For the most part, by accident I have avoided the purchase of GO type state and large city muni bonds as their yields are typically quite low. The result has been that a majority of my muni purchases have been revenue bonds. I have grown to like revenue bonds because they typcially carry much better yields and while the revenue stream supporting the debt service is limited it is also typically a managable exercise to evaulate the credit.

A significant percentage of my muni holdings have also ended up being bonds guaranteed by strong S&P 500 type corporations that have managed to issue tax advantaged debt to fund things such as air emissions reduction equipment, re-cycling equipment, and other pollution control related type equipment. These tend to be very small, illiquid debt issues but they typically offer a very good yield and the debt service is often supported by a corporation with a very good balance sheet.

I would love to see this message board spend some time of muni bonds.
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No. of Recommendations: 2
Prophet43M,

Sorry for the delayed response. Took a quick trip to visit family.

I would love to see this message board spend some time of muni bonds.

If you find something post it. I'm sure all of us can learn from whatever we stumble across. It is a useful and unique corner of the debt market and we would all benefit from exploring it more deeply. Now is a good time to learn because I don't think now is the time to grab a shovel and back up the truck. It would be good to be solidly grounded in the basics if or when the back the truck up moment comes.

(2) The financials for municipalities are extremely "dark" and out of date. She seemed to imply that the lack of good disclosure probably means municipal finances are worse than can be easily detected in the dated disclosure documents.

I'm not sure I completely agree with this assertion of hers. Getting fundamental data is a pain in the arse but I would not describe it as "dark." She has been studying the market in large chunks and each bond issued is very, very local. These are public entities, every thing they do is of public record. Digging through it is a different game. It is not laid out neatly like publicly listed companies lay things out. These are often line item budgets and we need to chase the right rabbits down the correct hole, a tedious task. The budgets are built for internal use to manage the entity not for investors ease of financial stability analysis. I do agree that many who are defending the stability of the muni market are probably under estimating the risks because of the difficulty in digging up the specifics of some budget numbers. I get the impression that they often accept the easy answer and the local equivalent of a "headline" number. Total debt servicing to revenue numbers are not often used on the local level because project X is funded by ymils, project A is funded by Zmils and so on. For their purposes it is often easier to look at the parts, dept by dept, project by project.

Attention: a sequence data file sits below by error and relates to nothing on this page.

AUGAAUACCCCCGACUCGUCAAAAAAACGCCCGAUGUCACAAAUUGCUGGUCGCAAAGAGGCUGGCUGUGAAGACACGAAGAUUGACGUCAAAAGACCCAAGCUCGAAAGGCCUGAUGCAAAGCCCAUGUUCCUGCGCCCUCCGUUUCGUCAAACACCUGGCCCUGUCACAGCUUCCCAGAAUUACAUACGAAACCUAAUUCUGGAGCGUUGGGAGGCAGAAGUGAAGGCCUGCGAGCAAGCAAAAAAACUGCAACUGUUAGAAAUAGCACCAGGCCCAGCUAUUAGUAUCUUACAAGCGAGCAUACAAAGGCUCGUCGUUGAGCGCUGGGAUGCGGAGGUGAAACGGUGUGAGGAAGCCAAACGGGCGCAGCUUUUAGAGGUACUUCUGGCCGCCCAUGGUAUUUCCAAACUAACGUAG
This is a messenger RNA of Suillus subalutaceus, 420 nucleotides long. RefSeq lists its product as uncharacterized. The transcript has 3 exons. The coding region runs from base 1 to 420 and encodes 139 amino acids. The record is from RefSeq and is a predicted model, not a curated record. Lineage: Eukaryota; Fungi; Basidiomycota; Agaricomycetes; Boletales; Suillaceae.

In the town I grew up in they put in a street light tax to defer the city costs of lighting and maintaining street lights plus the service on the debt of revamping of the downtown lights into something more esthetically appealing; it was billed by the local electric company. Specific tax for a specific purpose. The money for the revamp was part loan, part loan guarantee and part grant. Did they qualify for the grant based on general revenue? Were the bonds revenue bonds? I don't know and they would have a great deal of flexibility in setting it up.

Often a good place to look for places to dig deeper is in the local newspaper, some carry a report of the last public meeting or the even publish the minutes if the community and the docket is small. If something newsworthy is going on the paper will be printing something. If its a slow news week and the editor is a local irritation they may send a reporter to scratch something up. Finally, letters to the editor are also useful; we have to sort out the crack pots from the material. All of the above can provide clues to the budgetary health of an entity.

Often the best source is someone who lives there who understand local culture and politics. It helps to know who is making noise so they can be seen and who is asking a question out of deep fiduciary concern. In my neck of the woods half the count commissioners are blow-hards who love a good headline.

jack